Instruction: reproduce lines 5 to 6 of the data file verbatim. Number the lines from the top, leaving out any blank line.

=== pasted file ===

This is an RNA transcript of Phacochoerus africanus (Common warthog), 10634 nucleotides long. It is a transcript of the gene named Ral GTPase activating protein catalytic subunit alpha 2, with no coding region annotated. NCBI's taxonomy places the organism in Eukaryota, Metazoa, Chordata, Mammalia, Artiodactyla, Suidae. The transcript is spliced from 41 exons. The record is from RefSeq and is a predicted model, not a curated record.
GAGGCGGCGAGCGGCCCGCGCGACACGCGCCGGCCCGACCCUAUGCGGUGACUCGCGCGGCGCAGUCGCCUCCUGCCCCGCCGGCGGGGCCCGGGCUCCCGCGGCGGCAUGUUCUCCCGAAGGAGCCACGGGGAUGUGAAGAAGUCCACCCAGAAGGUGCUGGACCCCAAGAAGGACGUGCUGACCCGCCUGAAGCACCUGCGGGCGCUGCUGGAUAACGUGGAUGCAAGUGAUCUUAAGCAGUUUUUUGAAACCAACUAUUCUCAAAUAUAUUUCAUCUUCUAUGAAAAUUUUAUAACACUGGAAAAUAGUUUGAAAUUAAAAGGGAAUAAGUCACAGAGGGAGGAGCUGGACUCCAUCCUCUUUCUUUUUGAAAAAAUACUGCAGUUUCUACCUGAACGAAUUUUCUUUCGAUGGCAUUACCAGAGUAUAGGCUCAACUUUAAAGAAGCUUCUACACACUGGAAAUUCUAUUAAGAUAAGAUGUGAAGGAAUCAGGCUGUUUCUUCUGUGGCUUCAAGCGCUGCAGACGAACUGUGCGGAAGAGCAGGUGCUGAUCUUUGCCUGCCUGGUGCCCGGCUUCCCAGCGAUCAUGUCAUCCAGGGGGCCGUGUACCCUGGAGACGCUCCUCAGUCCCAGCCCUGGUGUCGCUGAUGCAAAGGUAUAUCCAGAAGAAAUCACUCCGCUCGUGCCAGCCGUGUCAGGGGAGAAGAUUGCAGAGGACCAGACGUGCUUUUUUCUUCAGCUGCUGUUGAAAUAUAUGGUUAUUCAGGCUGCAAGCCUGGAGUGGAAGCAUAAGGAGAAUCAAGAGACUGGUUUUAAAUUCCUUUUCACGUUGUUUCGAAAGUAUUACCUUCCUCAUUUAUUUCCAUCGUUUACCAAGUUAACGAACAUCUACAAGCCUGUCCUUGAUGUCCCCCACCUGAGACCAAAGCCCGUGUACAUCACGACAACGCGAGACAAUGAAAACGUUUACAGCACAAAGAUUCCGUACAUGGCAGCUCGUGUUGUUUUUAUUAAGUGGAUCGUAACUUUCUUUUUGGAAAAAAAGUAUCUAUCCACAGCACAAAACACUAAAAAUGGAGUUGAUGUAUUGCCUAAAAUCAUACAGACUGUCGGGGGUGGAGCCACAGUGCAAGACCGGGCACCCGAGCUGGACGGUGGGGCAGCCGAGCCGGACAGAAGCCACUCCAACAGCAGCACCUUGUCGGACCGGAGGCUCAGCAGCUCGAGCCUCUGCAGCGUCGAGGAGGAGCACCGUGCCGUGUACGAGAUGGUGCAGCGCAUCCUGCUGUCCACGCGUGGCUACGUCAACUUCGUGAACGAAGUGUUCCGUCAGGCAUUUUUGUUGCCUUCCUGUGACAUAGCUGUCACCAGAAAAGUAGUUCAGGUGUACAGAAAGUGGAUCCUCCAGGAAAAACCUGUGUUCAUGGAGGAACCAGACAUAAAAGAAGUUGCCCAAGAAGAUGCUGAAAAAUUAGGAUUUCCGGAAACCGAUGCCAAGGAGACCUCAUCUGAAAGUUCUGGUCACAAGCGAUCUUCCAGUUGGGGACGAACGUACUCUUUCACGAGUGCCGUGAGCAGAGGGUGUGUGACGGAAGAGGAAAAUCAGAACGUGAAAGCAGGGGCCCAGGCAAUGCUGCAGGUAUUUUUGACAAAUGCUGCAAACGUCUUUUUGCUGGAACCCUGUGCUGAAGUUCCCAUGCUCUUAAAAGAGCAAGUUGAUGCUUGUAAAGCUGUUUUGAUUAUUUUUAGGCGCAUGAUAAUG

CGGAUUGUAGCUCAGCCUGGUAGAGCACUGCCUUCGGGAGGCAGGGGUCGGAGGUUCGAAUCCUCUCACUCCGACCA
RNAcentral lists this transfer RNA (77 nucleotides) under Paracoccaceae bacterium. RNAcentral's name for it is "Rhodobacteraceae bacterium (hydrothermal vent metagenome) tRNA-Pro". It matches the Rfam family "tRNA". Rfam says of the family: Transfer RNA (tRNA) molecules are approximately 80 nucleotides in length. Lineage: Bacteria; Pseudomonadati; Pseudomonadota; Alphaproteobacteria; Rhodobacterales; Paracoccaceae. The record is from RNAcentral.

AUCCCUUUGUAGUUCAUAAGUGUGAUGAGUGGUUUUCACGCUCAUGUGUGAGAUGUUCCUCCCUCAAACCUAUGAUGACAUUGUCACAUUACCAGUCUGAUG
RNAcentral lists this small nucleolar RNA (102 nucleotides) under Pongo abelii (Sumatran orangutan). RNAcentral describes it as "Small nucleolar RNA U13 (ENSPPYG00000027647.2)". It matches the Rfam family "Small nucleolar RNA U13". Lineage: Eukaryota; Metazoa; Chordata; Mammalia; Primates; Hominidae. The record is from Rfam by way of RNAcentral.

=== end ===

AUCCCUUUGUAGUUCAUAAGUGUGAUGAGUGGUUUUCACGCUCAUGUGUGAGAUGUUCCUCCCUCAAACCUAUGAUGACAUUGUCACAUUACCAGUCUGAUG
RNAcentral lists this small nucleolar RNA (102 nucleotides) under Pongo abelii (Sumatran orangutan). RNAcentral describes it as "Small nucleolar RNA U13 (ENSPPYG00000027647.2)". It matches the Rfam family "Small nucleolar RNA U13". Lineage: Eukaryota; Metazoa; Chordata; Mammalia; Primates; Hominidae. The record is from Rfam by way of RNAcentral.